NASA shows signs that the hole in the Earth's ozone layer is shrinking, proving that humanity's plan to save the world is working.
NASA said in November last year that the ozone hole in Antarctica was at its smallest since 1988. It used satellite observations to provide the first direct proof of the ozone layer's recovery.
Ozone Layer Recovering Due To Chemicals Ban
Using measurements from NASA's Aura satellite, NASA discovered that the decline in chlorine has led to an around 20 percent decrease in ozone depletion over the Antarctic winter compared to 2005. It is the year that the satellite started measuring chlorine and ozone in every Antarctic winter.
These were also the first measurements on the ozone hole's chemical composition that showed decreased levels of ozone depletion. The study detailing the discovery was published in the Geophysical Research Letters journal on Jan. 4.
The chlorine decline was attributed to the international ban on chlorofluorocarbons, which are long-lived, man-made chemicals that greatly contribute to ozone depletion. CFCs rise to the Earth's stratosphere, where the ultraviolet radiation from the Sun breaks apart the chemical to release chlorine atoms that destroy the ozone molecules.
"We see very clearly that chlorine from CFCs is going down in the ozone hole, and that less ozone depletion is occurring because of it," said Susan Strahan, an atmospheric scientist from the Goddard Space Flight Center of NASA and the lead author of the study on the ozone layer's recovery.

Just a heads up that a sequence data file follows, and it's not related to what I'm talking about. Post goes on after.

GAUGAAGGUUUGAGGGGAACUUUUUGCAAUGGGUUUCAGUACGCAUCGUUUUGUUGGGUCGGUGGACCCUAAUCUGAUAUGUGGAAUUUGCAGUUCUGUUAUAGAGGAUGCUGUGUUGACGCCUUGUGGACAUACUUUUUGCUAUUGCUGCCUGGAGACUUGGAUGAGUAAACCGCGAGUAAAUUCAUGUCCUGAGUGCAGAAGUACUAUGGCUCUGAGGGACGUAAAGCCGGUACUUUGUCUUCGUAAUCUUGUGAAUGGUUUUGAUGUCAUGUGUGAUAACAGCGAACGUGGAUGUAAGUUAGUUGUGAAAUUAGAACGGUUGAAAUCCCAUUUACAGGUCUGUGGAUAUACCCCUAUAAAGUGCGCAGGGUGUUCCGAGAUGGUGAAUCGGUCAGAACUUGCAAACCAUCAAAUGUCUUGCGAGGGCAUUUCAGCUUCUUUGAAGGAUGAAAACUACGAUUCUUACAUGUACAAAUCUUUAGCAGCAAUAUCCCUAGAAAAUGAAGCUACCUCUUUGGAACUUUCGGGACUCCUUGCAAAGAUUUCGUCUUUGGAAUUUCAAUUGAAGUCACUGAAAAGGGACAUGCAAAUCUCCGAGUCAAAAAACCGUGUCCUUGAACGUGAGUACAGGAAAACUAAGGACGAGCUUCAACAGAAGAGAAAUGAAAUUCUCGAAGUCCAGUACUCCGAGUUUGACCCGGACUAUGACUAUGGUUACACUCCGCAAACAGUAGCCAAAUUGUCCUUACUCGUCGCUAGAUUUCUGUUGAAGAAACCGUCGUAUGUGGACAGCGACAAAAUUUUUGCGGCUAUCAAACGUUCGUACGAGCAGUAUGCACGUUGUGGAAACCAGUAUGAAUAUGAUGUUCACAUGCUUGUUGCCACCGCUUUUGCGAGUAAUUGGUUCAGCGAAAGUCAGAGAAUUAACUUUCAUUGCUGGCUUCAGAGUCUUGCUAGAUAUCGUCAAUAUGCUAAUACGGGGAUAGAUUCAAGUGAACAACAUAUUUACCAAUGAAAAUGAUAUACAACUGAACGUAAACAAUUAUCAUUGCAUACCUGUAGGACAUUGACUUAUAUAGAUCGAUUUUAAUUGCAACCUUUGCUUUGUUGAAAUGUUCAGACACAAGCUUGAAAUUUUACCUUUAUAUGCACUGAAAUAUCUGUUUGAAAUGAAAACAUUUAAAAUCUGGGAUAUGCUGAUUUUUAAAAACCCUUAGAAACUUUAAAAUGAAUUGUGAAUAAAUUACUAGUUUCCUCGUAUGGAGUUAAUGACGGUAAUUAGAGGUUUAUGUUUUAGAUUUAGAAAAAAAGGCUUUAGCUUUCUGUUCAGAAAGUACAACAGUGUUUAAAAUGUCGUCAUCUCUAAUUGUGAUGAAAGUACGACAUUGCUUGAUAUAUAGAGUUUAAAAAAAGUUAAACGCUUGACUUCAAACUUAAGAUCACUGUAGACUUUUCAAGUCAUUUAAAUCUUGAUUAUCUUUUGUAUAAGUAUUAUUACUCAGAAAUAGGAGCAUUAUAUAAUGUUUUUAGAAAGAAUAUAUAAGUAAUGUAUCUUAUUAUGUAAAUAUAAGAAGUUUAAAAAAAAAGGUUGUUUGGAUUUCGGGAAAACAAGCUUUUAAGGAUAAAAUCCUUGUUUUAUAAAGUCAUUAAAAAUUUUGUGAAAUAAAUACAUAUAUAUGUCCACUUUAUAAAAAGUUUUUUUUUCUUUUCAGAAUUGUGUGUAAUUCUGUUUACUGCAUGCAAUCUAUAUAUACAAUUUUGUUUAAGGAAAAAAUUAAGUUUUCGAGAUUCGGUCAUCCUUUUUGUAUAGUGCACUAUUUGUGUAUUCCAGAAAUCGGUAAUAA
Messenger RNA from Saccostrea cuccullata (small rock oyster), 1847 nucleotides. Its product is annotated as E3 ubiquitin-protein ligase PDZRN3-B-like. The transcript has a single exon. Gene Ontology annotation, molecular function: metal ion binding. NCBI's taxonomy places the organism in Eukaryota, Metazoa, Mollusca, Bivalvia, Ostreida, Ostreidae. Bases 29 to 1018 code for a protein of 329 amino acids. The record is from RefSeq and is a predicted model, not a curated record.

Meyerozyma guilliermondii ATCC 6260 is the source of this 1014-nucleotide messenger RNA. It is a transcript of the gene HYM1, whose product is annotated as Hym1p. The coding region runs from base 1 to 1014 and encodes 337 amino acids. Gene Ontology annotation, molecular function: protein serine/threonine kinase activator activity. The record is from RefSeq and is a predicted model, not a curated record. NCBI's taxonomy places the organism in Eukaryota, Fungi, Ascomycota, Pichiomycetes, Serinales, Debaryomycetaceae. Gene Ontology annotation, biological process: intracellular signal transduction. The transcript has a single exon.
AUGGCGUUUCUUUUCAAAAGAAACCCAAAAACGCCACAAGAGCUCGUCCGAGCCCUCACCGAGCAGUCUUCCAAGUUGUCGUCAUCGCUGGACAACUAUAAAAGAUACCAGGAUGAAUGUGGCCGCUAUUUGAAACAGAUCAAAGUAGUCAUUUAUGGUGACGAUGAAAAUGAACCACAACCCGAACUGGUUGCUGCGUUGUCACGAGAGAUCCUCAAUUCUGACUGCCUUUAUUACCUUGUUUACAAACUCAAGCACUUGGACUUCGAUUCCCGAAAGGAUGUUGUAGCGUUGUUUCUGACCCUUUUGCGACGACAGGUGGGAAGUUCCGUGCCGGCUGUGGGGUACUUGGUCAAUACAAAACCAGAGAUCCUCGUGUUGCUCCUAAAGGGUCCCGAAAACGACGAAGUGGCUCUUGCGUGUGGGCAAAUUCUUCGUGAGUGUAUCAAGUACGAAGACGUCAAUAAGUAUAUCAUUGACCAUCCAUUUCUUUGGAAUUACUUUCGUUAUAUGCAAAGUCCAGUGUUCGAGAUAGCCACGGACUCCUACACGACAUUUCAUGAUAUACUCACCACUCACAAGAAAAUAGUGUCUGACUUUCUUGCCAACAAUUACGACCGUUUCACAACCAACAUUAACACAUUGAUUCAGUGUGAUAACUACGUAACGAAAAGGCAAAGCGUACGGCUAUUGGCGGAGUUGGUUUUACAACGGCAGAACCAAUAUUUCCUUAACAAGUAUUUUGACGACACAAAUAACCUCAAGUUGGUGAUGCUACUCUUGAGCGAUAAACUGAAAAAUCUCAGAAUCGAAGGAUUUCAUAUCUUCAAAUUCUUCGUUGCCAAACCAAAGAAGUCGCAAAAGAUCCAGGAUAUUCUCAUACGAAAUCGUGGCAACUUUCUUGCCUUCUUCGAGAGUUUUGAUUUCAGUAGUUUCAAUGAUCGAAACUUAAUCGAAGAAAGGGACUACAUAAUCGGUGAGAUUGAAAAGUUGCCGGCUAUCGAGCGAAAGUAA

The Success Of The Montreal Protocol
The recovery of the ozone layer is crucial to the Earth's survival as ozone molecules at high altitudes absorb the Sun's harmful radiation to protect our skin and eyes.
In the early 1980s, scientists discovered that CFCs found in substances, such as refrigerants and hair sprays, were the main culprit in ozone depletion. The whole world banded together in 1987 and signed the Montreal Protocol, which banned the use of the ozone-killing chemicals.
Just over 30 years later, NASA has now provided direct proof that the Montreal Protocol is working. The ozone layer is not fully out of the woods though, as it will take decades before the hole is completely healed.
According to Strahan's colleague and a co-author of the study, Anne Douglass, the ozone hole might not be fully patched up until about 2060 to 2080. Nevertheless, the Montreal Protocol is now considered to be the most successful environmental agreement between nations in the history of mankind. Hopefully, others will follow and help make the Earth a better place for future generations.